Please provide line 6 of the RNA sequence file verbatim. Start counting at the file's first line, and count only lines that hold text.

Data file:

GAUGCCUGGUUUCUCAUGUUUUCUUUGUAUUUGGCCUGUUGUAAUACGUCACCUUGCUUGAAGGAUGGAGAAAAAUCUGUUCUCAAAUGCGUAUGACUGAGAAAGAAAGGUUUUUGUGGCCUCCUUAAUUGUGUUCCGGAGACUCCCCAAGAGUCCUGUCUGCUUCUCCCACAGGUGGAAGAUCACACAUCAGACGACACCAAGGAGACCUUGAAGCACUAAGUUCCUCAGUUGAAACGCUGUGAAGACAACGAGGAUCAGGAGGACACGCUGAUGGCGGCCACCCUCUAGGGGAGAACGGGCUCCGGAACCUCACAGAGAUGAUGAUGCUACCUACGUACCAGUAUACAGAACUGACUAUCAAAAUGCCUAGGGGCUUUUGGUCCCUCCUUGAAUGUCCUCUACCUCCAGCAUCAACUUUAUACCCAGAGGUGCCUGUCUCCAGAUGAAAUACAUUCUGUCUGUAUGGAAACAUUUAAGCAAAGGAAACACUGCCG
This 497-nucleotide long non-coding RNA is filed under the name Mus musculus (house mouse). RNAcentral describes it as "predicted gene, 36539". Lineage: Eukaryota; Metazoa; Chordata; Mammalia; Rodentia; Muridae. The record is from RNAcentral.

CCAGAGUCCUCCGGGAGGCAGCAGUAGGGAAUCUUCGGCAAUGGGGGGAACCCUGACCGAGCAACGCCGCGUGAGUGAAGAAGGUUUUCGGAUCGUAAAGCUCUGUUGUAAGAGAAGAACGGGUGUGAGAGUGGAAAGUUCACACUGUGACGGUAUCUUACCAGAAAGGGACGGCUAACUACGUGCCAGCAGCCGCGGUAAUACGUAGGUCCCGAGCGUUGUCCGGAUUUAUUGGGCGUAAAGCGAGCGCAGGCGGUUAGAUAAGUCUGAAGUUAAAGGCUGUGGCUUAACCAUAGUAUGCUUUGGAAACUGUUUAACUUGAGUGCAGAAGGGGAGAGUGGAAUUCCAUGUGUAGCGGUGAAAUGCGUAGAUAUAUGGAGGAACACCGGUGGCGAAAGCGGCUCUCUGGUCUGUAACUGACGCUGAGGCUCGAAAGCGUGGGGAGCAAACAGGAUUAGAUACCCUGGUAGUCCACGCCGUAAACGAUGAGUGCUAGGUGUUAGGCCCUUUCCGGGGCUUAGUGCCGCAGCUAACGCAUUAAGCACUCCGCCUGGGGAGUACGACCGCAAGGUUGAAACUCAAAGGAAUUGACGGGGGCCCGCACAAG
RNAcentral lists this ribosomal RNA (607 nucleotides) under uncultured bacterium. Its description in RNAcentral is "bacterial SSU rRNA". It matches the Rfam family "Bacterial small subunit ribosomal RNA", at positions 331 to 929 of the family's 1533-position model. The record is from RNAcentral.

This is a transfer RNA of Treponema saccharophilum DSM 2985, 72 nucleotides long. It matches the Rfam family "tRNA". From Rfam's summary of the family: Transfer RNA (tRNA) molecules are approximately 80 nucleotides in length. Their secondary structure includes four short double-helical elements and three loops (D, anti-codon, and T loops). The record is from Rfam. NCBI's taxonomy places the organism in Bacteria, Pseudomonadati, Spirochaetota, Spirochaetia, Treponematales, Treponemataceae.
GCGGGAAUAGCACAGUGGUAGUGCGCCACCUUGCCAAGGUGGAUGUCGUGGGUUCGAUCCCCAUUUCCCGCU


GCGGGAAUAGCACAGUGGUAGUGCGCCACCUUGCCAAGGUGGAUGUCGUGGGUUCGAUCCCCAUUUCCCGCU